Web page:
The Unexpected Becoming the Norm

Bad leaders point fingers;

At a recent conference, I listened to the State Superintendent of Public Instruction for Oklahoma, Joy Hofmeister, address a group of principals.  She was very open and transparent about some of the struggles that educators would have to deal with in the state, but she didn’t sound like a politician at all. She was straight up with her responses, and was clear that there was a lot of work ahead.  There was no sugar coating in her answers, but she also talked in a way that made people feel like the challenges ahead were not going to be impossible to deal with.

What she did next blew me away.  She talked about how the administrators in the room and her would have to work together to solve these problems (which I have heard before), but she backed up by doing the following; she gave them all her mobile phone number to contact her if they needed help.

My jaw hit the floor.

I talked about this with NASSP President Michael Allison, and he had shared that he would do the same thing as a high school principal with his students and families. He would give out his phone number to all of the students and families, and encouraged them to contact him if they needed help. He had also said that people cautioned about doing this, he never had one student use his number in an inappropriate way.

As I listened to these stories with amazement, I then started to think, “Why is this surprising?”  Why are we so often surprised when people do something in leadership that they should be doing in the first place?  Why are we surprised when leaders don’t just talk about servant leadership, but model it?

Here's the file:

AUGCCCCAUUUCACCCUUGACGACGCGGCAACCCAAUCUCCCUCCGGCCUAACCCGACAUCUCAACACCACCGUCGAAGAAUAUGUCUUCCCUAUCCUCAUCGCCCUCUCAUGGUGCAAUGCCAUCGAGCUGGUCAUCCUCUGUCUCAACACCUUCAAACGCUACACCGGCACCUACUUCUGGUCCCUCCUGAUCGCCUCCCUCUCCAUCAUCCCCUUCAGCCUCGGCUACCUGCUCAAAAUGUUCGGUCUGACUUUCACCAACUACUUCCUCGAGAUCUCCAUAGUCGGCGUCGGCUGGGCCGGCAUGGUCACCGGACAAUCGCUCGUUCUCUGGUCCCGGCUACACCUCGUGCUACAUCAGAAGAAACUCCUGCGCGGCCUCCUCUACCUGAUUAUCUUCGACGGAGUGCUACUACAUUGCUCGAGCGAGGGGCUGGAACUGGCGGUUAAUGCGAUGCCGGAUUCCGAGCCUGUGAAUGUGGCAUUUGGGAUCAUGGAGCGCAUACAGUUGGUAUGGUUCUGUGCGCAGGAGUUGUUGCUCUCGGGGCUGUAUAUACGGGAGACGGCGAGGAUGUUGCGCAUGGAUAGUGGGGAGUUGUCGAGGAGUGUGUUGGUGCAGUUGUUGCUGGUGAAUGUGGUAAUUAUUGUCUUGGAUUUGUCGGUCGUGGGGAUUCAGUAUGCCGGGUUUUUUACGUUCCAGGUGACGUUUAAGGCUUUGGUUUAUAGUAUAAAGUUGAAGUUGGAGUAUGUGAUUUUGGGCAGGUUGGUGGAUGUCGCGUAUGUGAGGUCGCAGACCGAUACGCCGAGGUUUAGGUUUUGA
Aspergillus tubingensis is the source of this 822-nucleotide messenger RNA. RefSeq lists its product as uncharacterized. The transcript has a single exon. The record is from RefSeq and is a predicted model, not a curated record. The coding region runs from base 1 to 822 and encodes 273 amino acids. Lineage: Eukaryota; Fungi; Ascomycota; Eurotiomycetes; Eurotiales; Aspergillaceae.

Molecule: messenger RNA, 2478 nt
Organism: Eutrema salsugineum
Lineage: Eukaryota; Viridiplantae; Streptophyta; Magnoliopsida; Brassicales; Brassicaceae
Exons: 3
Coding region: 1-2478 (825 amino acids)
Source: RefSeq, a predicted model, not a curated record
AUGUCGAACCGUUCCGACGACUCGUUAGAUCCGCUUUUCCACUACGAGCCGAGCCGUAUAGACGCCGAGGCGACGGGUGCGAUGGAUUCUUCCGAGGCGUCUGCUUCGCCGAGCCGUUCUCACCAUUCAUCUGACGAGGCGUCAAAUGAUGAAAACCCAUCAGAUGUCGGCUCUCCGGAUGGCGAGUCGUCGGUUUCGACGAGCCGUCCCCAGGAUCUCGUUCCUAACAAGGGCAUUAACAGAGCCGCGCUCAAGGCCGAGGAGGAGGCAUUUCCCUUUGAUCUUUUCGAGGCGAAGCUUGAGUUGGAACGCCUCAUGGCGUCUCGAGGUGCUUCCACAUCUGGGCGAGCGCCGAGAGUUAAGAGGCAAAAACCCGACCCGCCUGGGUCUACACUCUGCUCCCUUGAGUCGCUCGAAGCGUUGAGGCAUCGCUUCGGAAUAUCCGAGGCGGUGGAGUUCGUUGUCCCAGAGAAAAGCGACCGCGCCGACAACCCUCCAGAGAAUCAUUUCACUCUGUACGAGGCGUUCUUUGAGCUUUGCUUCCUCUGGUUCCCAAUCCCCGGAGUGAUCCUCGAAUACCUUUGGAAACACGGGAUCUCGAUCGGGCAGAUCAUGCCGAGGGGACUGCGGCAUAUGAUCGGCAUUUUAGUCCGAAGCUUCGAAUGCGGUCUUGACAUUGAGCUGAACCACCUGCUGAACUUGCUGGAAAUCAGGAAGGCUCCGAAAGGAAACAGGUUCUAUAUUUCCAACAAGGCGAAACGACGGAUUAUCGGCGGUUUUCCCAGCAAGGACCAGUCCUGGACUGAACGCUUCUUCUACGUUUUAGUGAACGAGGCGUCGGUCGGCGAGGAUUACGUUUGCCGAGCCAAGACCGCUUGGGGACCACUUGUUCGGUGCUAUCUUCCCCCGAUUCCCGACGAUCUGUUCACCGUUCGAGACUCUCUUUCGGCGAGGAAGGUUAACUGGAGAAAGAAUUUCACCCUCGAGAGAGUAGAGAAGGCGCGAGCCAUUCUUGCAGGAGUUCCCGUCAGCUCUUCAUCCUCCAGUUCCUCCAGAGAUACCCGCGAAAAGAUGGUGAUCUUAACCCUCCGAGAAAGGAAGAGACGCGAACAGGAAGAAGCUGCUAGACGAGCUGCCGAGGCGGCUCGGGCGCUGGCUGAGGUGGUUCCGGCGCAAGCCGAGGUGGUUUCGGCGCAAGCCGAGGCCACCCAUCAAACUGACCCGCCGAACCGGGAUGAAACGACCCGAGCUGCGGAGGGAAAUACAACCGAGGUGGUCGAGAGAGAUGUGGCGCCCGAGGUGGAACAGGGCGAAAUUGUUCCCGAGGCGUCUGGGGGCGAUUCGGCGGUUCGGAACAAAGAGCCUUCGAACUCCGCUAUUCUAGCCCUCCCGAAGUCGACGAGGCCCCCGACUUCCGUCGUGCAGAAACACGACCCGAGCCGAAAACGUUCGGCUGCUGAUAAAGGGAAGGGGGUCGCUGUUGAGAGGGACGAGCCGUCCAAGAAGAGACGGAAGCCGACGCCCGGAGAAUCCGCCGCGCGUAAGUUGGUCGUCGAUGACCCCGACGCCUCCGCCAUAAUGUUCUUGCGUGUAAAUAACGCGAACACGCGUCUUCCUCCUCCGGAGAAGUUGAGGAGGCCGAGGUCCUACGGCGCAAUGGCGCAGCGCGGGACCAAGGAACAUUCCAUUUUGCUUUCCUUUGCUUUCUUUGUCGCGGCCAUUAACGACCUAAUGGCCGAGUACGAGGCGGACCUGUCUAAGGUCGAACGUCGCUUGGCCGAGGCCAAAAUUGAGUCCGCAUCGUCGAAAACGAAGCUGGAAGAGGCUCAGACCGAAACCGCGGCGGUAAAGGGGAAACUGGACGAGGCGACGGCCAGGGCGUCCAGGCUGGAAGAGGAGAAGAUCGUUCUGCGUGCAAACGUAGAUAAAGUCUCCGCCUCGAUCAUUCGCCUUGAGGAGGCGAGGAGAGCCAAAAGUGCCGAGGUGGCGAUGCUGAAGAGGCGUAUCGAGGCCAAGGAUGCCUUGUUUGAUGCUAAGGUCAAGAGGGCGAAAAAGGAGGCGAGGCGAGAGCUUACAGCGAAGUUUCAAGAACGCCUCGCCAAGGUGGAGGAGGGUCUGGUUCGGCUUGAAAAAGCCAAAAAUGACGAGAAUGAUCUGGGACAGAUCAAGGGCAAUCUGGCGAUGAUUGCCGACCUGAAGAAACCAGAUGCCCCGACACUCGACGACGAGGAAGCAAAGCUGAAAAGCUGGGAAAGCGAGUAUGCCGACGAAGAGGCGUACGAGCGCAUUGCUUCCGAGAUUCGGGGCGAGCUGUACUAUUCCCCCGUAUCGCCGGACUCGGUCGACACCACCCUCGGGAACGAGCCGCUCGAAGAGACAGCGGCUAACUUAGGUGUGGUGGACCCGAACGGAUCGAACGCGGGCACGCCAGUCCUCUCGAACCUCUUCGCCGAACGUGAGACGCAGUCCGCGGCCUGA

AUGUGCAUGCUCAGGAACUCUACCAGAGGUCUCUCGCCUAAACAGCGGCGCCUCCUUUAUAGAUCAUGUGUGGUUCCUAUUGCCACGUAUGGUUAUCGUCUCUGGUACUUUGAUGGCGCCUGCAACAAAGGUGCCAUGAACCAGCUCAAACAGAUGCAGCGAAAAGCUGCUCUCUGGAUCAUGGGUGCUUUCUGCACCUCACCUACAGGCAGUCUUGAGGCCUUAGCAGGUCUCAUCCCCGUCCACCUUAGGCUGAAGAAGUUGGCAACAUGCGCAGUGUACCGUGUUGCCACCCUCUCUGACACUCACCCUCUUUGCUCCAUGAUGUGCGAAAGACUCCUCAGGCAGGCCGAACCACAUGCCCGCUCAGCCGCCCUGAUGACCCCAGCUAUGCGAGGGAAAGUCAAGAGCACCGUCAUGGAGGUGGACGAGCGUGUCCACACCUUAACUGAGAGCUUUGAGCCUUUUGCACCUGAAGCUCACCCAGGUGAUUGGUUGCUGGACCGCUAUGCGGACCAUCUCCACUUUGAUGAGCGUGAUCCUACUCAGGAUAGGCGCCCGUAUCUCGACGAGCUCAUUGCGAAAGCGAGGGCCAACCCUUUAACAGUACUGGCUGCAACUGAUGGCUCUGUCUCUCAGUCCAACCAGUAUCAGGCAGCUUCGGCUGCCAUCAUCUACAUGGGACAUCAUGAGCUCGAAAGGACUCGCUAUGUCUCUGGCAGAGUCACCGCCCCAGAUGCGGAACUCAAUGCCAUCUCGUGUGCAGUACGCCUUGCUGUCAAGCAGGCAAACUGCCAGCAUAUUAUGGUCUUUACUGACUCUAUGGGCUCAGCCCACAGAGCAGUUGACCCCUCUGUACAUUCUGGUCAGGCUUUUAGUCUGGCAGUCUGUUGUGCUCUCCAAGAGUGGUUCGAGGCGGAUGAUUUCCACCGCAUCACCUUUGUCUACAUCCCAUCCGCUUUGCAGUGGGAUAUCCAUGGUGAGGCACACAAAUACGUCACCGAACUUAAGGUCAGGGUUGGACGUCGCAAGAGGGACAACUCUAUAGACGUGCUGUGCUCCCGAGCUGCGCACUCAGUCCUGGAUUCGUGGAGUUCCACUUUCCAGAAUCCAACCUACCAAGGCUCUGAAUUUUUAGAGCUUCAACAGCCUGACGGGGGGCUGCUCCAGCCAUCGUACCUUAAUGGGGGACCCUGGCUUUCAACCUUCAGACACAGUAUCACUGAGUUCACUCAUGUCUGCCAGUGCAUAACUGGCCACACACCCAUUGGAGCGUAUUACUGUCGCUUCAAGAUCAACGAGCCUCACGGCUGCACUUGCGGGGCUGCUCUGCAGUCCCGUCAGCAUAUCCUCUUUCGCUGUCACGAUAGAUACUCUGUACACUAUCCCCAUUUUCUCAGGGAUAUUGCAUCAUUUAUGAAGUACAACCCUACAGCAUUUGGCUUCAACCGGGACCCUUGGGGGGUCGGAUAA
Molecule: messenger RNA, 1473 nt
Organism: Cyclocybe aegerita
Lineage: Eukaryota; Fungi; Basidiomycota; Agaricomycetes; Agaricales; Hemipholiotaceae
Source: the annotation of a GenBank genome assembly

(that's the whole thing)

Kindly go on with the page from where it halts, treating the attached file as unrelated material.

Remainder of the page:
Yesterday, I shared an article titled, “What If Our Teacher Shortage Is Actually a Leadership Shortage?” In it, the author shares the following:

“If we can bring best-in-class leadership and management practices to education, we can create schools and school systems where our nation’s most talented, diverse professionals clamor to work now and for decades to come.

Teachers have demanding, complicated jobs. Their bosses, and their bosses’ bosses, must be especially skilled and savvy to successfully support them to excel in their work, help them grow professionally, and keep them in the classroom long-term.”

Through the last few years, I have noticed how truly crucial leadership is for teaching and learning.  Bad leadership either leads to good teachers becoming weaker, or leaving. Great leaders get more out of others than what they even expected.  I have heard administrators complain that certain technologies or initiatives are just not working for staff, yet rarely take responsibility that ample meaningful professional learning was not provided.  Bad leaders point fingers; great leaders take responsibility.

We need to get to a place where great leadership is not a surprise, but the norm.  This will be one of the best ways to develop schools that our students are excited to go to every morning because of the opportunities they see in front of them. My best advice? Keep doing the (positive) unexpected until it becomes the norm for others leaders. Be the leader you would want, not necessarily the one(s) you have experienced.

One Comment

  1. Kim Figliomeni said:

    Thanks for the insight George! I reflected on a moment with a student at school today that had me using my “mother” hat rather then my “teacher” hat, and the moment was an aha for the power of relationships and connections. I often give my parents and students my number to text or call me and I have had ‘disengaged’ parents and students reach out, which leaves me feeling humbled and honoured that we were able to connect. As always, I appreciate your reflections and modelling!

    November 26, 2015

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